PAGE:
So be prepared for all the tricks. The palace is said to be full of ghosts and is currently home to an operatic soprano, Rowena Drake (Kelly Reilly), ever since her daughter Alicia (Rowan Robinson) fell into a canal and drowned , she never sang a note again. A parrot named Harry keeps his mouth shut for the same reason. A housekeeper (Camille Curtin) who is accustomed to speaking Latin can only enter the daughter’s room. A British doctor (Jamie Dornan) is traumatized by his wartime experiences. A handsome, reliable, vacuous jerk (Kyle Allen) who was once engaged to Alicia but then ditched her, apparently for money, seems fair enough to me. A hidden basement full of skeletons. A knitted bunny. Missing bees. A typewriter whose keys press automatically. A violent night storm is so violent that when death strikes, the police are unable to reach the scene, meaning Poirot must lock everyone inside and then—my God——Crime solved before breakfast.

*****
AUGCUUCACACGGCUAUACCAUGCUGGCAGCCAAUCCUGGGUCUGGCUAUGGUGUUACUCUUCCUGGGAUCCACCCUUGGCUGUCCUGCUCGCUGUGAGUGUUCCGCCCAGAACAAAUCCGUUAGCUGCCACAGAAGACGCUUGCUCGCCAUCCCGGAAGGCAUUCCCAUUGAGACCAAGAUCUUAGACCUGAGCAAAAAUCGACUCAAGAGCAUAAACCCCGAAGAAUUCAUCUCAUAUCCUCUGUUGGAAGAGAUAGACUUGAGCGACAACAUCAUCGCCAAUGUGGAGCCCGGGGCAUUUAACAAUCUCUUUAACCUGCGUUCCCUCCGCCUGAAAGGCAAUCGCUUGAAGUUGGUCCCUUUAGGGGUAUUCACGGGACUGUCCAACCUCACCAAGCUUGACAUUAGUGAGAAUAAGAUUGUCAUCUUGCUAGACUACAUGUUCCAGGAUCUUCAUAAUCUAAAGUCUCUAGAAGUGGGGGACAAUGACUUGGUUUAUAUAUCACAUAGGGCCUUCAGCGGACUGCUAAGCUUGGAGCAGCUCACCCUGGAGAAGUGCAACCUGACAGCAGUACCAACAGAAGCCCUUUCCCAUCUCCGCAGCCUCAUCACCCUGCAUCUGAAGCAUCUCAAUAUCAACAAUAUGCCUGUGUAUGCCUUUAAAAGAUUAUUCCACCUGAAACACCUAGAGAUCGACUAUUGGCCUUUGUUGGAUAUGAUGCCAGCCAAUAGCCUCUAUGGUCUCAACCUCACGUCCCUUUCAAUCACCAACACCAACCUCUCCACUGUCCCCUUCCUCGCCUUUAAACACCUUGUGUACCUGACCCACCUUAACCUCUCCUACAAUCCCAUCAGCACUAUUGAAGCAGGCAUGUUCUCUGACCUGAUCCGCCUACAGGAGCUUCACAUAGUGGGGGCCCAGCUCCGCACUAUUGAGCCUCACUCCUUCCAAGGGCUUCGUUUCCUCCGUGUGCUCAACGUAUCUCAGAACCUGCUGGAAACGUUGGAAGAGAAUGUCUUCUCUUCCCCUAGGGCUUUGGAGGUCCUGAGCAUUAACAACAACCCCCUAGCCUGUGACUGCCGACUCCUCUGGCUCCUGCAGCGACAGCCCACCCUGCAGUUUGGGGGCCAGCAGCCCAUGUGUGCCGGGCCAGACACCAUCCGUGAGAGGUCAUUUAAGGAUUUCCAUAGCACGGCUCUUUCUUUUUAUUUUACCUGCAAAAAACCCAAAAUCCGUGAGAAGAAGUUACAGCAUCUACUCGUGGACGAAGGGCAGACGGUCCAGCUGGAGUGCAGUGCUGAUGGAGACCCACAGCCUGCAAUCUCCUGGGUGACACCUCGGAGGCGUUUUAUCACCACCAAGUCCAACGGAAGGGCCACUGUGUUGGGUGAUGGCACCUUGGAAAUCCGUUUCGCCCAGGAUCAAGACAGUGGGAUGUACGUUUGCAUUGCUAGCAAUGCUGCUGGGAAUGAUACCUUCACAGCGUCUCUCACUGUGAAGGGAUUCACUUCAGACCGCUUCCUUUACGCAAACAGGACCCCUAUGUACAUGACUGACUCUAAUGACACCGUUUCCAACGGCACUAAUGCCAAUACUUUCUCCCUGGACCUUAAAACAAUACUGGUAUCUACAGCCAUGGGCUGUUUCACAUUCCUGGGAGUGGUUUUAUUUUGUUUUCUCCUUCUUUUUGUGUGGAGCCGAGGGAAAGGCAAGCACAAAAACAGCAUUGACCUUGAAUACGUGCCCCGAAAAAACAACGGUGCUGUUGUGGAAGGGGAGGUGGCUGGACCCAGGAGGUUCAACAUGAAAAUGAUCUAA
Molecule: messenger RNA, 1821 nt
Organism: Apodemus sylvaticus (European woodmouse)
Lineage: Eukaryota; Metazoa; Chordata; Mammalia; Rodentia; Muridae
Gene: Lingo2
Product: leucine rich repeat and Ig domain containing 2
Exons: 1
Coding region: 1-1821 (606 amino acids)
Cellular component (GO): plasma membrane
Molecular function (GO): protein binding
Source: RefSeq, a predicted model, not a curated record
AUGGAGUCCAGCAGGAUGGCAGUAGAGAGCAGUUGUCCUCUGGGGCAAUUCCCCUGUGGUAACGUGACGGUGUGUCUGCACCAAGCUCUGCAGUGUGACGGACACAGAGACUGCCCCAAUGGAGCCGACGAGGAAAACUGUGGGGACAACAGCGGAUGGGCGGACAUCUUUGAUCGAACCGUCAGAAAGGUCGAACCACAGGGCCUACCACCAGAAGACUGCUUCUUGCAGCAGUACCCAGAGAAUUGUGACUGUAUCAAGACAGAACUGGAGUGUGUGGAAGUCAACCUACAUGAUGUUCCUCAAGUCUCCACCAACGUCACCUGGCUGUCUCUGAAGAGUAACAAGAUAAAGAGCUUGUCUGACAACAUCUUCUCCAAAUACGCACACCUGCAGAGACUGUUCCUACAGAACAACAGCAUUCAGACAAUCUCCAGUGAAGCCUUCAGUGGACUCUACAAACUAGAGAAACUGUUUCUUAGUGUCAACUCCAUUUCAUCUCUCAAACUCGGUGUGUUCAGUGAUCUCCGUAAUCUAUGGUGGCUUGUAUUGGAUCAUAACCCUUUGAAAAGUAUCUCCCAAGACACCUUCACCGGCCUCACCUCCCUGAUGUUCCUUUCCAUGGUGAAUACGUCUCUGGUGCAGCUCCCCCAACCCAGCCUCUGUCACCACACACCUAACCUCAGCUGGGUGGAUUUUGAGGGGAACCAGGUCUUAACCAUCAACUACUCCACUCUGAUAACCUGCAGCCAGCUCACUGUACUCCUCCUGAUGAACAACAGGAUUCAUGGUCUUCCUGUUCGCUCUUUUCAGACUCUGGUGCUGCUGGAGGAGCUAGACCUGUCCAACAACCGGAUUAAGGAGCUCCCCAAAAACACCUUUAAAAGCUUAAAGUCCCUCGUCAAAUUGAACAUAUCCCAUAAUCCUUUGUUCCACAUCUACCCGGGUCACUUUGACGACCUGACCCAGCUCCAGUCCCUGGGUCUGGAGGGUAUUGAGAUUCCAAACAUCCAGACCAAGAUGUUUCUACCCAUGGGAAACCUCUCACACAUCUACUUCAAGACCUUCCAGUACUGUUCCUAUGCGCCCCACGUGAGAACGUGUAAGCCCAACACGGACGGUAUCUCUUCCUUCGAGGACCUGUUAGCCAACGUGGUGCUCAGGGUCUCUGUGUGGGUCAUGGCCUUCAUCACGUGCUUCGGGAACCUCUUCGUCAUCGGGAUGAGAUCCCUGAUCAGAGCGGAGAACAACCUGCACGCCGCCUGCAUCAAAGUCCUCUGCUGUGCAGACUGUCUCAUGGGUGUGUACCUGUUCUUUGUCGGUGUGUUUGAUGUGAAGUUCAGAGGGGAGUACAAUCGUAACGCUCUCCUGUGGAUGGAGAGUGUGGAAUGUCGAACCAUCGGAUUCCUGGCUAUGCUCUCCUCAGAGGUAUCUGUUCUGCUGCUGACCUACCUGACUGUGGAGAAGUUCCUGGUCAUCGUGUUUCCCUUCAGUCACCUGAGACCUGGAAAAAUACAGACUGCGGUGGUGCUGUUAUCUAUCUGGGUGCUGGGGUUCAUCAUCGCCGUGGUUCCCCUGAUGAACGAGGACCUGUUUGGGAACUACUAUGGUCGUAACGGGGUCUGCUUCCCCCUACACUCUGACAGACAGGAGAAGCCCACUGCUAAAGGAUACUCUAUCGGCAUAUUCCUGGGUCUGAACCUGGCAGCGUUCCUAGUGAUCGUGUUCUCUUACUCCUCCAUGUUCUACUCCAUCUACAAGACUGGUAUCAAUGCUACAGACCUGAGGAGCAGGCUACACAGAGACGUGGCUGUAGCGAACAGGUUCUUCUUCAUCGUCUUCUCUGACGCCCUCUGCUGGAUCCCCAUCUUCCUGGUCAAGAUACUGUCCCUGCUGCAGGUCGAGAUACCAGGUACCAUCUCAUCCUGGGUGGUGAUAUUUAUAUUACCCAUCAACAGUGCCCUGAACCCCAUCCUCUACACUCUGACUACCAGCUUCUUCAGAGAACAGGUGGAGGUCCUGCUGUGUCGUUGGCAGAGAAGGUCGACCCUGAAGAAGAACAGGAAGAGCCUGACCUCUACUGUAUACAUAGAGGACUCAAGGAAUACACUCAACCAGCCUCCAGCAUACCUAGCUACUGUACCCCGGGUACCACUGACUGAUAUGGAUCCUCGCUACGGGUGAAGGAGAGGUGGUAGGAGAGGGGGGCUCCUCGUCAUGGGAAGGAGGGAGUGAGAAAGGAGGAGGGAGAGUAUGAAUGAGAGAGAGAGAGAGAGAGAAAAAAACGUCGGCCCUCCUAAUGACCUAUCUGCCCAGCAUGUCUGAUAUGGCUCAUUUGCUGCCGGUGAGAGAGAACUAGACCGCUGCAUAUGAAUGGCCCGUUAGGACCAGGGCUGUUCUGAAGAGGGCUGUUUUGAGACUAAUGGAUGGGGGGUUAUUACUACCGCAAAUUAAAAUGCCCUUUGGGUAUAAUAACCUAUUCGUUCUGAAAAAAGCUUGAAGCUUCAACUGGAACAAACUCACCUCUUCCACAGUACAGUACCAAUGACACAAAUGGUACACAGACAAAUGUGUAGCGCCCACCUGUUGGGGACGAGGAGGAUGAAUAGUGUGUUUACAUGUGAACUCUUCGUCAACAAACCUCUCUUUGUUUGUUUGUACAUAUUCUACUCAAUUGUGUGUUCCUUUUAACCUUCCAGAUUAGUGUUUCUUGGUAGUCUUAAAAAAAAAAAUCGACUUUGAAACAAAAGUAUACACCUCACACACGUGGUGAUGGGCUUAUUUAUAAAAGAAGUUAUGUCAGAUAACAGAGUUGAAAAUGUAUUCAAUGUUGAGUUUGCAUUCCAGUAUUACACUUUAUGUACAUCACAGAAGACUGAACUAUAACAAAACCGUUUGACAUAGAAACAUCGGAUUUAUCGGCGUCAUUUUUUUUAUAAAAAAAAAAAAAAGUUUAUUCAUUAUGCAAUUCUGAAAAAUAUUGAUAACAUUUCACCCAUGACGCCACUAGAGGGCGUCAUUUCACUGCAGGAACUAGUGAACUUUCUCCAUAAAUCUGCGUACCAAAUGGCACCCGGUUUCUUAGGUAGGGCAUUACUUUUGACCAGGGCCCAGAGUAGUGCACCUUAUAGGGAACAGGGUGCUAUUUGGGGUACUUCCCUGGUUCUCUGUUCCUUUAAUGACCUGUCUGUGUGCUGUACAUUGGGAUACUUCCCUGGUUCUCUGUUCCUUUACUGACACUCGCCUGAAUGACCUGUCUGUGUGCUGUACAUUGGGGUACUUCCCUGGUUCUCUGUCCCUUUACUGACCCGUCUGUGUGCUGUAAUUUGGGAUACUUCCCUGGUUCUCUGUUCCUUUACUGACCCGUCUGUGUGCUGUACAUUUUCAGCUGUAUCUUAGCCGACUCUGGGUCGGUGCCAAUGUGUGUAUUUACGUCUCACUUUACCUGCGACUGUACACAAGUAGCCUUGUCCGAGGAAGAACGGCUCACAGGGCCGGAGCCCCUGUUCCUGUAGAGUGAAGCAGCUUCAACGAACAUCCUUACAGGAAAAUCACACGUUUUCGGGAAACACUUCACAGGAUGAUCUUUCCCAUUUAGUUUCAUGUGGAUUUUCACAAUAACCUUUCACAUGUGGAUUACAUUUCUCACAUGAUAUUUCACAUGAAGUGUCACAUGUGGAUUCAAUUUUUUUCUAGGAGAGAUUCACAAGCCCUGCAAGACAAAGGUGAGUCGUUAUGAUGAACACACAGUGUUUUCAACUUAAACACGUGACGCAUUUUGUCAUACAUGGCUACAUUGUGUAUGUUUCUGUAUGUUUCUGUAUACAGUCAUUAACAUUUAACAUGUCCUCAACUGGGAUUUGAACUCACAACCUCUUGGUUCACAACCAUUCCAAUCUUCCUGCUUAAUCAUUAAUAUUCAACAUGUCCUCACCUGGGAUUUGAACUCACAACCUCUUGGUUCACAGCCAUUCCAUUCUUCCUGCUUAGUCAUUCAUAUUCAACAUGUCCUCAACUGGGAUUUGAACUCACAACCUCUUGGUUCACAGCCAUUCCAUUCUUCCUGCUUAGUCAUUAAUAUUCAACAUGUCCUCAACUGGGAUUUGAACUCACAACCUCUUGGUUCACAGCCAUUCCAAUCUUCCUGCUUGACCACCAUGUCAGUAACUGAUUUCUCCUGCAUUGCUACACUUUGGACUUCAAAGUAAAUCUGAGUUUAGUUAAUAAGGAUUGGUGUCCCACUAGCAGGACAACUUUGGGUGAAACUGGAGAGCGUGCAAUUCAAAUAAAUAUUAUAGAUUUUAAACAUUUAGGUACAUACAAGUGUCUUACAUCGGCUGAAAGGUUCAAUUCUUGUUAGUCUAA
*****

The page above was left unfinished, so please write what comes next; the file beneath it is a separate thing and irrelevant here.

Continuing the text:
I remember reading “Halloween Party” as a kid and being scared because the first victim used to be A Child: A girl of twelve or thirteen years old, whose head was forced into a bucket of water while fishing for apples. (Christie can be cruel when it comes to fun gone awry if she wants to.) As if as a redemption, the most interesting character in “Ghosts of Venice” is another child – the doctor’s son Leo, played by Jude Podhill is the roguish little bastard in Branagh’s Belfast (2021). Here, there’s nothing lovable about Hill anymore. Instead, he shows us a precocious little Poirot, solemnly dressed in a dark suit and tie. Edgar Allan Poe read of Leopold’s concern for his trembling father, and when asked about his sympathy for the dead, he replied, “Some of them were my friends.” He and ” The boy in The Sixth Sense (1999) has a lot to talk about.